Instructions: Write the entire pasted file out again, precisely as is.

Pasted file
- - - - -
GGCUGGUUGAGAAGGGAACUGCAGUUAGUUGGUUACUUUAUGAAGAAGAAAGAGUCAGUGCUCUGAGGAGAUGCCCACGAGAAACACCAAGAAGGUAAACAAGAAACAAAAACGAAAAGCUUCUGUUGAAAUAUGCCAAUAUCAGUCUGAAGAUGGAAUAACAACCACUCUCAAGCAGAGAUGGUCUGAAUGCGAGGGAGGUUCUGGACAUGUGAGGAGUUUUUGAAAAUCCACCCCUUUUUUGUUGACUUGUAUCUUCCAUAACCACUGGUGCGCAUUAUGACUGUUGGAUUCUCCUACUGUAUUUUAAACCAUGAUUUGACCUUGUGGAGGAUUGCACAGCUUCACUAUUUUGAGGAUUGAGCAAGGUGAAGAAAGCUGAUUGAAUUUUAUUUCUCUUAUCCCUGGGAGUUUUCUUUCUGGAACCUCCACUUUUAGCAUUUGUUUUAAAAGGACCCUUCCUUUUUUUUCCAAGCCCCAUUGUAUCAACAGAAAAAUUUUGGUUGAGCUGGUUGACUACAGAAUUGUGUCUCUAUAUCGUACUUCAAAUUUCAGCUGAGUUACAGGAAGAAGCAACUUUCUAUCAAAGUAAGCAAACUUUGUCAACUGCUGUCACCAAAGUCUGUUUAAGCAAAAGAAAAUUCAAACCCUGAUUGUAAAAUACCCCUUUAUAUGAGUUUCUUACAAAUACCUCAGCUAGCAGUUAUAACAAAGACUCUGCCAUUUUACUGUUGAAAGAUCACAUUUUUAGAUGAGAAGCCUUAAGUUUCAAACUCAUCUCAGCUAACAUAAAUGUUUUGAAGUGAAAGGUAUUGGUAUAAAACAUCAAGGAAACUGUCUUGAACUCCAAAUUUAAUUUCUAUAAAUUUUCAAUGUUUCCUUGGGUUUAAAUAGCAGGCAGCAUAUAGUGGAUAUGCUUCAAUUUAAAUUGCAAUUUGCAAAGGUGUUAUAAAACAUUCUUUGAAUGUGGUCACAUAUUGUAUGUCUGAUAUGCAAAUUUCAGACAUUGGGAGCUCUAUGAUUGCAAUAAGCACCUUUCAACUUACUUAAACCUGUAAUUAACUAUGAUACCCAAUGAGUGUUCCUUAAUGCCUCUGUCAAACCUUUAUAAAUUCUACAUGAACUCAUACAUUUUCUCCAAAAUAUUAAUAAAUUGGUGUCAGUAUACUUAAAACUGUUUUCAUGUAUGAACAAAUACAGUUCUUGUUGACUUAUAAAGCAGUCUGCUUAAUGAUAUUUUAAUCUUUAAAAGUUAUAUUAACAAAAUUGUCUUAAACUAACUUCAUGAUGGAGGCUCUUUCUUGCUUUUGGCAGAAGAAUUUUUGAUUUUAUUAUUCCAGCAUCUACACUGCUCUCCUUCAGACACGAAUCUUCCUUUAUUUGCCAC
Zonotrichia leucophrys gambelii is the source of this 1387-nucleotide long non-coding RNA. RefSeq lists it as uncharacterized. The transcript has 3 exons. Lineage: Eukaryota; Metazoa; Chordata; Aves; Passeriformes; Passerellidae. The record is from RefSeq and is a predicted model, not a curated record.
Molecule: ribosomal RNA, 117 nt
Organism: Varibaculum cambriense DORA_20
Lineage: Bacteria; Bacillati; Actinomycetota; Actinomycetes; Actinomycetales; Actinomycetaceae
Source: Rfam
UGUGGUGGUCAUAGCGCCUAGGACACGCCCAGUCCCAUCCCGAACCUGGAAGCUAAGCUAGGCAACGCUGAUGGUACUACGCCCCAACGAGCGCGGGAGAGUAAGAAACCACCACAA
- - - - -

GGCUGGUUGAGAAGGGAACUGCAGUUAGUUGGUUACUUUAUGAAGAAGAAAGAGUCAGUGCUCUGAGGAGAUGCCCACGAGAAACACCAAGAAGGUAAACAAGAAACAAAAACGAAAAGCUUCUGUUGAAAUAUGCCAAUAUCAGUCUGAAGAUGGAAUAACAACCACUCUCAAGCAGAGAUGGUCUGAAUGCGAGGGAGGUUCUGGACAUGUGAGGAGUUUUUGAAAAUCCACCCCUUUUUUGUUGACUUGUAUCUUCCAUAACCACUGGUGCGCAUUAUGACUGUUGGAUUCUCCUACUGUAUUUUAAACCAUGAUUUGACCUUGUGGAGGAUUGCACAGCUUCACUAUUUUGAGGAUUGAGCAAGGUGAAGAAAGCUGAUUGAAUUUUAUUUCUCUUAUCCCUGGGAGUUUUCUUUCUGGAACCUCCACUUUUAGCAUUUGUUUUAAAAGGACCCUUCCUUUUUUUUCCAAGCCCCAUUGUAUCAACAGAAAAAUUUUGGUUGAGCUGGUUGACUACAGAAUUGUGUCUCUAUAUCGUACUUCAAAUUUCAGCUGAGUUACAGGAAGAAGCAACUUUCUAUCAAAGUAAGCAAACUUUGUCAACUGCUGUCACCAAAGUCUGUUUAAGCAAAAGAAAAUUCAAACCCUGAUUGUAAAAUACCCCUUUAUAUGAGUUUCUUACAAAUACCUCAGCUAGCAGUUAUAACAAAGACUCUGCCAUUUUACUGUUGAAAGAUCACAUUUUUAGAUGAGAAGCCUUAAGUUUCAAACUCAUCUCAGCUAACAUAAAUGUUUUGAAGUGAAAGGUAUUGGUAUAAAACAUCAAGGAAACUGUCUUGAACUCCAAAUUUAAUUUCUAUAAAUUUUCAAUGUUUCCUUGGGUUUAAAUAGCAGGCAGCAUAUAGUGGAUAUGCUUCAAUUUAAAUUGCAAUUUGCAAAGGUGUUAUAAAACAUUCUUUGAAUGUGGUCACAUAUUGUAUGUCUGAUAUGCAAAUUUCAGACAUUGGGAGCUCUAUGAUUGCAAUAAGCACCUUUCAACUUACUUAAACCUGUAAUUAACUAUGAUACCCAAUGAGUGUUCCUUAAUGCCUCUGUCAAACCUUUAUAAAUUCUACAUGAACUCAUACAUUUUCUCCAAAAUAUUAAUAAAUUGGUGUCAGUAUACUUAAAACUGUUUUCAUGUAUGAACAAAUACAGUUCUUGUUGACUUAUAAAGCAGUCUGCUUAAUGAUAUUUUAAUCUUUAAAAGUUAUAUUAACAAAAUUGUCUUAAACUAACUUCAUGAUGGAGGCUCUUUCUUGCUUUUGGCAGAAGAAUUUUUGAUUUUAUUAUUCCAGCAUCUACACUGCUCUCCUUCAGACACGAAUCUUCCUUUAUUUGCCAC
Zonotrichia leucophrys gambelii is the source of this 1387-nucleotide long non-coding RNA. RefSeq lists it as uncharacterized. The transcript has 3 exons. Lineage: Eukaryota; Metazoa; Chordata; Aves; Passeriformes; Passerellidae. The record is from RefSeq and is a predicted model, not a curated record.
Molecule: ribosomal RNA, 117 nt
Organism: Varibaculum cambriense DORA_20
Lineage: Bacteria; Bacillati; Actinomycetota; Actinomycetes; Actinomycetales; Actinomycetaceae
Source: Rfam
UGUGGUGGUCAUAGCGCCUAGGACACGCCCAGUCCCAUCCCGAACCUGGAAGCUAAGCUAGGCAACGCUGAUGGUACUACGCCCCAACGAGCGCGGGAGAGUAAGAAACCACCACAA